Subscribe to our newsletters & stay updated
Fifty years ago, the U.S. flew Apollo 11 astronauts to the moon, where they walked on its surface. In 1961, President John F. Kennedy had declared the moon landing as a goal with a deadline at the end of the decade. Many thought it would never happen, but the country rose to the challenge and in just eight years with inspired determination, teamwork and better technology, we changed the imagination of the world. We adopted a new, higher standard for our own capability.
Since then, there have been many amazing human achievements, but it’s time for another leap, another moonshot. The climate crisis is becoming pervasive and the world’s response has been and must be transformational.
Although the private sector is the primary landscape for economic and cultural disruption, we are becoming less naïve about the role of governments, especially local governments, as catalysts for the needed changes. Without corporate will, there is no momentum, no tipping point. However, companies rely on regulatory partnerships to level playing fields and create the stability needed for successful strategic implementation.
Climate Regulations from Local Governments
Local governments are becoming aggressive with declarations, followed by action. By August, 860 local governments around the world had declared a climate emergency and committed to accelerated initiatives and regulations. In response, a spirit of innovation is sweeping through construction, energy generation, transportation, manufacturing, medicine and agriculture.
Meanwhile, the greatest catalyst for change will not likely be the “spirit” of anything. Instead, it will be fear in the face of increasingly calamitous global tragedies and conflicts. For decades, we environmentalists have been tiresome doomsayers. Unfortunately, the dire warnings have proven to be reasonably accurate.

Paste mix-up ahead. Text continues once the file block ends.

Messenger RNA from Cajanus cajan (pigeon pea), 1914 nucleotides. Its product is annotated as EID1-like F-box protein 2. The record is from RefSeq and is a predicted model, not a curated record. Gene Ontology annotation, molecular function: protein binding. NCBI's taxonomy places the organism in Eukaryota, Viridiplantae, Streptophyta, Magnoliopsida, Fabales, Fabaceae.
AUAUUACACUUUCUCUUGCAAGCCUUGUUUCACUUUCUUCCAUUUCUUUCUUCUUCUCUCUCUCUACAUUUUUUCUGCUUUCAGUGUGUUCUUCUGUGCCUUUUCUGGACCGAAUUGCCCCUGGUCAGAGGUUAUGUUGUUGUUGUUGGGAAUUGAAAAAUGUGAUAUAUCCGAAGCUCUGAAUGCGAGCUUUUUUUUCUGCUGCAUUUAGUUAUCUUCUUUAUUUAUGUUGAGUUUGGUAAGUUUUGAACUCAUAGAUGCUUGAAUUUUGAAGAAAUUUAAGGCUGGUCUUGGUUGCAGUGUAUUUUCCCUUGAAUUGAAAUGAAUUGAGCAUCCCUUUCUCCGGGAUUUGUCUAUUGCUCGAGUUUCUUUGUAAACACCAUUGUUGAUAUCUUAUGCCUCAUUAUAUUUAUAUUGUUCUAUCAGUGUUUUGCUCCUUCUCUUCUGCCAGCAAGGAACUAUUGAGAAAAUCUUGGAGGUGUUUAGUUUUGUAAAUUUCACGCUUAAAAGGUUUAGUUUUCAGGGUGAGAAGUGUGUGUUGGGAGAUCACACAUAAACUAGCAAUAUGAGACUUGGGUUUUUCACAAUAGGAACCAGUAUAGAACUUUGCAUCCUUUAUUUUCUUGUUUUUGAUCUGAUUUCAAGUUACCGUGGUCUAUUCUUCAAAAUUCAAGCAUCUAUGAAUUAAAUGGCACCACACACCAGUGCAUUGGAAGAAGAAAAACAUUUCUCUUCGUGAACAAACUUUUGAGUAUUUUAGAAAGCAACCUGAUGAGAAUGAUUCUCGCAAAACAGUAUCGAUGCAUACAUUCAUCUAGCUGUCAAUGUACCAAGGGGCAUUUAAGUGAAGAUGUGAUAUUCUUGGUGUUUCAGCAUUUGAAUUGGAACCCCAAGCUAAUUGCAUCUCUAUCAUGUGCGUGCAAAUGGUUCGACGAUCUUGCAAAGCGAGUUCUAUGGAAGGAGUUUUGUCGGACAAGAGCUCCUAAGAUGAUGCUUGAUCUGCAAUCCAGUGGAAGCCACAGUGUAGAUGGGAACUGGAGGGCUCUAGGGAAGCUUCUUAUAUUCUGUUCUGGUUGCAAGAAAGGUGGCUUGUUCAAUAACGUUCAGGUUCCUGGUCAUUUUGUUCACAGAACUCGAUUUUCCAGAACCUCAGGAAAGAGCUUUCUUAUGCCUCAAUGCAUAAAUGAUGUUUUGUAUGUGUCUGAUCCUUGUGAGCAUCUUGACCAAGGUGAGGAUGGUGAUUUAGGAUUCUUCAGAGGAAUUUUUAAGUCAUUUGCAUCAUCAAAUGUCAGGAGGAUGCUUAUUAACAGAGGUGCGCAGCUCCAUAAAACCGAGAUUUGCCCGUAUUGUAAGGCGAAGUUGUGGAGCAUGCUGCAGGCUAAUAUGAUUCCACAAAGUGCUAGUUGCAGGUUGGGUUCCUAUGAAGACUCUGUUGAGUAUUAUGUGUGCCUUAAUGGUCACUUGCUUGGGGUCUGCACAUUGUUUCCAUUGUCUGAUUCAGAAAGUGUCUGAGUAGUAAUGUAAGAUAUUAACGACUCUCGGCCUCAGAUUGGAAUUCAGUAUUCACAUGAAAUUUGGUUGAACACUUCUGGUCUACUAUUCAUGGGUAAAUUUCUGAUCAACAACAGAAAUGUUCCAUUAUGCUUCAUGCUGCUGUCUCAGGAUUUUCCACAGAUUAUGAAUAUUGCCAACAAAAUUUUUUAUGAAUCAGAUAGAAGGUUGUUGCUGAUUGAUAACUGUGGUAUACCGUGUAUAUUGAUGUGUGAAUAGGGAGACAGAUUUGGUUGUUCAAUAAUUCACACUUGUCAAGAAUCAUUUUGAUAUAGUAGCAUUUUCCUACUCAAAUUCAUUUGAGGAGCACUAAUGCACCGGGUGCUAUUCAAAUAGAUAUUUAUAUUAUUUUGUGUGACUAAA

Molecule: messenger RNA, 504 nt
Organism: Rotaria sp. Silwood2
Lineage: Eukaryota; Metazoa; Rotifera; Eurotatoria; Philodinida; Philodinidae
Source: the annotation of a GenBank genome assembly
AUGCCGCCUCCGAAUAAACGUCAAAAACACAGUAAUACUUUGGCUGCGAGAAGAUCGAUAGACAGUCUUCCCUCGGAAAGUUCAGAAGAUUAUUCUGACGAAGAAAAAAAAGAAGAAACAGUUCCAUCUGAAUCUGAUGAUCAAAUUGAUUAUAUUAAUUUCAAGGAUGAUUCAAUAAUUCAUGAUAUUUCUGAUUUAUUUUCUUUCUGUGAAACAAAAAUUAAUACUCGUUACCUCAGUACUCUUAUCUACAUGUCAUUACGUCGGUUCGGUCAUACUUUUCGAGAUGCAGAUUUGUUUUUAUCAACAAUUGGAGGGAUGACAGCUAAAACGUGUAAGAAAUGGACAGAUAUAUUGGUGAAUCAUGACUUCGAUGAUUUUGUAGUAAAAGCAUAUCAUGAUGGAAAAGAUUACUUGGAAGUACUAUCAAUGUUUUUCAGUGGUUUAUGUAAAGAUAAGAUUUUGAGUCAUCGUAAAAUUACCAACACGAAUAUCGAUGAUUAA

In July, a freak hailstorm in equatorial Guadalajara, Mexico, left cars under 3 to 4 feet of accumulated ice. Every region in the United States and the world has been experiencing strangely intense weather events. Floods, drought, and fires are fueling a change in the public conversation about climate upheaval.
In addition to anecdotal reports, statistics from reinsurance companies and scientific data on heat records, glacial melting, ocean currents and temperatures are all strokes on the canvas of a very dark scene: the climate crisis isn’t coming soon or exaggerated. It’s here, it’s powerful and it’s about to get ugly.
The chaos will include continuous, intense natural disasters; civil and military unrest involving heat waves, drinking water and food; mass geographic migrations; and disease epidemics and deadly pandemics.
And yet, I remain optimistic. Because as someone who studies technical and societal climate solutions full time, I know that not only does humanity have the means well in its grasp to yank itself back from the precipice, but we are already on the road to doing so.
Achieving the Impossible
University of Nottingham computer science Professor Graham Kendall was quoted this summer by “The Conversation.” He noted that the Apollo 11 guidance computer had 32,768 bits of RAM and 72 kilobytes of ROM. The processor ran at .043 megahertz.
An iPhone with 4 gigabytes of RAM would have 34,359,738,368 bits. It is millions of times more powerful than the guidance computer. The latest iPhone has about 100,000 times more processing power.
Still, Apollo 11 traveled more than 200,000 miles through space, landed the lunar module, allowing astronauts to disembark and collect samples and safely return to Earth.
Surely with today’s advanced technology, some inspired determination and teamwork, we can move against our highest climate priorities. Construction, transportation and energy generation create more than 70 percent of emissions in almost every country.